In this post I will talk about making a surreal portrait (definition) photograph. As an example, I will use the photo I made a few years back titled “My Way” - a surreal portrait of Scott, in which 5 photos were composited together to make the final image.
The photo of Scott was taken during one of the Visual Content and Form classes. I took 2 images of the sink, because of the positioning of the handles looked weird in the first one. I also took a photo of a spoon (the plate didn’t make it in the final image, obviously ;). I took NYC photo a few years prior.
I wanted to keep elements to a minimum, thus strengthening the effect of each element on the viewer. The image designed to have a “mirror” quality, so that the viewer can “identify” with Scott by seeing through his eyes (his face reflected in the sink).
The piece is designed to look a bit like a painting; various elements were manipulated to achieve that look (by having texture, shadows, and depth). The face was blended to have an over saturated look, while allowing water texture in the sink to show through. The background (NYC) was blended to have a soft look and be barely visible, providing the texture. The sink composite was constructed from two images, where a left knob was replaced by a knob in the “open” position.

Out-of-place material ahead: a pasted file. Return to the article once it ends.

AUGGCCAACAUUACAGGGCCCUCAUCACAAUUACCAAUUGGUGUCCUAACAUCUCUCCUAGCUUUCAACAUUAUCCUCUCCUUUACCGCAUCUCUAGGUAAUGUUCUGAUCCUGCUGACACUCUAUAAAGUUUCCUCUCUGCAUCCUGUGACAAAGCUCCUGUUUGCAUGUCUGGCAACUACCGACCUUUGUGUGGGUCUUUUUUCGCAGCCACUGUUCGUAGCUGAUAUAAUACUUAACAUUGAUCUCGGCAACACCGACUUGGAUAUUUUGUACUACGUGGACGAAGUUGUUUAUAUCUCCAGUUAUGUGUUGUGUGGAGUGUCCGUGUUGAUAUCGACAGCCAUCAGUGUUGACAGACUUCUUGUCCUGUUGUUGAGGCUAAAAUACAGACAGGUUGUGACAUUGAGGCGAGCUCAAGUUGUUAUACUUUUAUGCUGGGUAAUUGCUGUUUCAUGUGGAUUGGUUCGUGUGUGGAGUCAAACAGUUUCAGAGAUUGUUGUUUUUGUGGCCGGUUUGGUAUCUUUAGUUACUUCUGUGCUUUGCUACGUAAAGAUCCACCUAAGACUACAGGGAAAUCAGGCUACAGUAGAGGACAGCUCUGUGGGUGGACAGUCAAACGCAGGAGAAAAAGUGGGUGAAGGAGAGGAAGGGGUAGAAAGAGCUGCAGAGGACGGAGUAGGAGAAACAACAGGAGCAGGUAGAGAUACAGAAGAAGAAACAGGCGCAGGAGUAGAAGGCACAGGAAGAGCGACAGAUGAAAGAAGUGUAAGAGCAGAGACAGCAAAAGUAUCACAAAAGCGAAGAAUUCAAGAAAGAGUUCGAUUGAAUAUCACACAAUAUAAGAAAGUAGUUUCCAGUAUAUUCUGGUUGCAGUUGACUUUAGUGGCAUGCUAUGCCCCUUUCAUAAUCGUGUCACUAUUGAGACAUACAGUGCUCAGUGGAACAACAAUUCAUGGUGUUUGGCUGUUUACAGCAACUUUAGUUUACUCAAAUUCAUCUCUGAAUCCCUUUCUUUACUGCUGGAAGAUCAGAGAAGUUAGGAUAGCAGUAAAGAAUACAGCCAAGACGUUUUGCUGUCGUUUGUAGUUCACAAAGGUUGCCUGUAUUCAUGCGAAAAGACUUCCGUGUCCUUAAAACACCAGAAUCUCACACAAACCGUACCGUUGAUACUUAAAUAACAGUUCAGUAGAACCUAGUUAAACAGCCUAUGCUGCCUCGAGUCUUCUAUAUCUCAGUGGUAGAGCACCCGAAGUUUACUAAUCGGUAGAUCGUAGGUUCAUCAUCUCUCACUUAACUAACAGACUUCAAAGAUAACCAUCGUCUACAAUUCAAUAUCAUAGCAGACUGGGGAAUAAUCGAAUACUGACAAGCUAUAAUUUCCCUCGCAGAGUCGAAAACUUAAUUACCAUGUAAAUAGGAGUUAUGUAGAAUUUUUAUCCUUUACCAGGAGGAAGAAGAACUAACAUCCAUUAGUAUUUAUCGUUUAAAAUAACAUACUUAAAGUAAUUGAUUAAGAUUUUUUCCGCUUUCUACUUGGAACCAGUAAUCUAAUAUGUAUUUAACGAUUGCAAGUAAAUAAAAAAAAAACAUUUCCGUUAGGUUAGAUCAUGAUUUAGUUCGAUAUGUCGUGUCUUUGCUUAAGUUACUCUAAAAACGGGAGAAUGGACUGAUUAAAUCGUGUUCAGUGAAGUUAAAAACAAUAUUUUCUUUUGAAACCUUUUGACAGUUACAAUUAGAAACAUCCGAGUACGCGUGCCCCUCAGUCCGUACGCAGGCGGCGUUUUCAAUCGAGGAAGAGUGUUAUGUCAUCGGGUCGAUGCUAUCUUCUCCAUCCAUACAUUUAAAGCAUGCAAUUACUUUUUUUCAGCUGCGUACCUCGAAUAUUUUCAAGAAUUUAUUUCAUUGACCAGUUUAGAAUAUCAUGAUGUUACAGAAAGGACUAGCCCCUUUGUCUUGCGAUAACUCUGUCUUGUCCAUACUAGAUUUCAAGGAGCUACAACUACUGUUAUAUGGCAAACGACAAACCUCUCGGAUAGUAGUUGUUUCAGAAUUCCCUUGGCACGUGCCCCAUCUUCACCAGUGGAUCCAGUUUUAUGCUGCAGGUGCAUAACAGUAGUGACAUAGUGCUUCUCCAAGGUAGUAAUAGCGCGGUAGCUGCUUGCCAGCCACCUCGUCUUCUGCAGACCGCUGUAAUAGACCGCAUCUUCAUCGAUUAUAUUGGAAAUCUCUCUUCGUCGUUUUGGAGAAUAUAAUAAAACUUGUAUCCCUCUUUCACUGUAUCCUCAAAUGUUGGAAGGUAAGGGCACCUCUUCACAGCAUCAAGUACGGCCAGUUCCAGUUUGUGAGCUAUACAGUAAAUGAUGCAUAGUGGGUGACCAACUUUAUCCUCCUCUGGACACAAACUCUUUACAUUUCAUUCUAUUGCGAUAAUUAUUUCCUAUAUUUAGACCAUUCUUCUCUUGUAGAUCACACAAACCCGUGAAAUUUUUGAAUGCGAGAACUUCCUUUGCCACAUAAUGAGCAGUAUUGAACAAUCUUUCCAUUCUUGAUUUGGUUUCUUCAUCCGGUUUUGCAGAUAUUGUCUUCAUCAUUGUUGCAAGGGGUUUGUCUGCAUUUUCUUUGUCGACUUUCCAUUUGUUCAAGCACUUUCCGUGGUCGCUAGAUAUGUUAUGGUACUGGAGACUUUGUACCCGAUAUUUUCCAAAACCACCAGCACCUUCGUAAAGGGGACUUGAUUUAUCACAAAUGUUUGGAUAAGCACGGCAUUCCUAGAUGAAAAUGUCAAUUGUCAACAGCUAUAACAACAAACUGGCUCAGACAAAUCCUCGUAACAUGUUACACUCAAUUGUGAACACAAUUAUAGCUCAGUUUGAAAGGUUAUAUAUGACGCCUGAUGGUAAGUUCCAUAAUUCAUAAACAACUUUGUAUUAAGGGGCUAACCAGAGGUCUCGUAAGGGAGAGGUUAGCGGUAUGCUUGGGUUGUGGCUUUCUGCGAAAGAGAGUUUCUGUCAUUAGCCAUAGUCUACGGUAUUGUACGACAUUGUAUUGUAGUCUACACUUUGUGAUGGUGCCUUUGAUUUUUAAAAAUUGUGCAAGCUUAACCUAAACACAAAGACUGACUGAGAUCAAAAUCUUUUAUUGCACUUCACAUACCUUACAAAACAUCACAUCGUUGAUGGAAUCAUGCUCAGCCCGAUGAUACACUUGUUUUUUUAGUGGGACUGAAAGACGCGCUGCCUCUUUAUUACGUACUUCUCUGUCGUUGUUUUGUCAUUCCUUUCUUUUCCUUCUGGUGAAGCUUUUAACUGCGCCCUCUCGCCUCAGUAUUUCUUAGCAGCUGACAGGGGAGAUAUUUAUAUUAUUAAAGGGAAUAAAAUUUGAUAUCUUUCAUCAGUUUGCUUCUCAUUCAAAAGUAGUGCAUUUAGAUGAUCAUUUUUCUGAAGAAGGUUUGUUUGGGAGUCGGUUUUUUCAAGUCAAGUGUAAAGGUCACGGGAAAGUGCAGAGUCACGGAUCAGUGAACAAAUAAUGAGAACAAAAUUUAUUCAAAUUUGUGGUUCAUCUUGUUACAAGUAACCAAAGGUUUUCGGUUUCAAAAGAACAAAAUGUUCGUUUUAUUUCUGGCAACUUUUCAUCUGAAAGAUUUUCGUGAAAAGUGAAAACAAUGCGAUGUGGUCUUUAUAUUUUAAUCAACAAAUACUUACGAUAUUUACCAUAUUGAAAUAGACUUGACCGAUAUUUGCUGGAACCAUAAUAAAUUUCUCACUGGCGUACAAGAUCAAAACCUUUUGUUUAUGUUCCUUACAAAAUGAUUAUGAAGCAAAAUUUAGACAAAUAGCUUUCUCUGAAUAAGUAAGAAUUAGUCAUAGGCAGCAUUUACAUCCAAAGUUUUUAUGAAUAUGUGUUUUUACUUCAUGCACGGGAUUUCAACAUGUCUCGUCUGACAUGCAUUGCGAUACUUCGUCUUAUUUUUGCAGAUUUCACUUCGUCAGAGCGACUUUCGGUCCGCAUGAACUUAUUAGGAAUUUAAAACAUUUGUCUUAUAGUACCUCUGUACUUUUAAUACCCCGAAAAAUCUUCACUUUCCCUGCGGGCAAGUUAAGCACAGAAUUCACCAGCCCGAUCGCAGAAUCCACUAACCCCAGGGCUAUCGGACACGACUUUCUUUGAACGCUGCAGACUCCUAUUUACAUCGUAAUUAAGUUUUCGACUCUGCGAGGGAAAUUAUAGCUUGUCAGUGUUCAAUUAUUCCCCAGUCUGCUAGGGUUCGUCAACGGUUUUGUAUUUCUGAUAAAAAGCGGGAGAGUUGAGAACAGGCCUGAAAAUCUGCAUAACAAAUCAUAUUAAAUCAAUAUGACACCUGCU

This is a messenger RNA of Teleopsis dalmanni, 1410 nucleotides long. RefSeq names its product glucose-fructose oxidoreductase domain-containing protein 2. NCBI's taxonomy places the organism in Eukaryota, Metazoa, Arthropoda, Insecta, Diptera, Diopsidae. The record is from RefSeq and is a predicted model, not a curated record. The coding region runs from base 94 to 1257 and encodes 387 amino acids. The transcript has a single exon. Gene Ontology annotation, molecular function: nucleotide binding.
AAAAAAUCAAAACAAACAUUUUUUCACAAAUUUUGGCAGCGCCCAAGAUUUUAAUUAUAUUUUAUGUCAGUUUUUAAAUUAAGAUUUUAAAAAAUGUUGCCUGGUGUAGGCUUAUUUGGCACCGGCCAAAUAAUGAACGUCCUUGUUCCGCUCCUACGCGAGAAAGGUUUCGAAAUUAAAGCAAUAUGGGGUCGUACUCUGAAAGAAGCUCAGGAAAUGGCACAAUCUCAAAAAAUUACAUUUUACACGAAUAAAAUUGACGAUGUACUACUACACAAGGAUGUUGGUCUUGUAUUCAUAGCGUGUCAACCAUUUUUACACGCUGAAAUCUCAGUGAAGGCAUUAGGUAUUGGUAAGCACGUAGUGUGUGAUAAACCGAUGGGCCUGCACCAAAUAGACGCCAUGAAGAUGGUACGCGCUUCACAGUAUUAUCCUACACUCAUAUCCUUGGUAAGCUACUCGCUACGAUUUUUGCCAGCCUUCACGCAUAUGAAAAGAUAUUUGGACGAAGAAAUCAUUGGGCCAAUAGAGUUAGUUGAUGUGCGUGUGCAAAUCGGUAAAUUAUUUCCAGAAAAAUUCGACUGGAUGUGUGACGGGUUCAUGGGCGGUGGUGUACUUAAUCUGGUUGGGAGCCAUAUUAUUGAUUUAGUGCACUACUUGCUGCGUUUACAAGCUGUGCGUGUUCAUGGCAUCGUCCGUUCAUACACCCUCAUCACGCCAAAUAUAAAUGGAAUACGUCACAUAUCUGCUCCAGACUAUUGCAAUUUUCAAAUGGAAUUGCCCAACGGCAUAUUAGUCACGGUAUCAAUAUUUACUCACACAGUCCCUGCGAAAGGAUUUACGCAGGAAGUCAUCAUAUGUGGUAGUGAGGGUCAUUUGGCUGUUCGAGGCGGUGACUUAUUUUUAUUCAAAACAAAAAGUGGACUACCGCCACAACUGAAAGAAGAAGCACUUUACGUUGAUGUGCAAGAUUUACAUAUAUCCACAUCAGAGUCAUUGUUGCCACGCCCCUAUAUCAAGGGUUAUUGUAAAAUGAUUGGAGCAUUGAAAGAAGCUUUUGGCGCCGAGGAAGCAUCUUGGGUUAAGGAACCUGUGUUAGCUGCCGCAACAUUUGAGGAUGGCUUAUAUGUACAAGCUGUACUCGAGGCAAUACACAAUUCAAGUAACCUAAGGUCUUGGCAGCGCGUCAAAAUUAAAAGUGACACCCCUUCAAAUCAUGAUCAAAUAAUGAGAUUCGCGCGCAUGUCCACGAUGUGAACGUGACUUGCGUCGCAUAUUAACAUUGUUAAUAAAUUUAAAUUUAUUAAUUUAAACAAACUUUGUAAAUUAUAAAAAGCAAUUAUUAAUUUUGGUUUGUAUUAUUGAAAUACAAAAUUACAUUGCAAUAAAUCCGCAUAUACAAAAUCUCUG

Various subtle techniques were employed at the final stage of compositing, like adding side shadow to the spoon, applying a slight vignette to the whole image, and other small adjustments to brightness/contrast/saturation. This version of the final image [which in 2008 was submitted to FotoDC / National Geographic contest and won 1st place] was also processed in Adobe Lightroom to have raised local contrast.
- Techniques: layer Blending, layer compositing, vignetting.
- Elements: sink, sink knob (left), NYC aerial, Scott, spoon.
- Tools: Adobe Photoshop CS3, Adobe Lightroom.
So, whacha think? Leave your feedback in the comments below! You can also share your surreal portrait photo!
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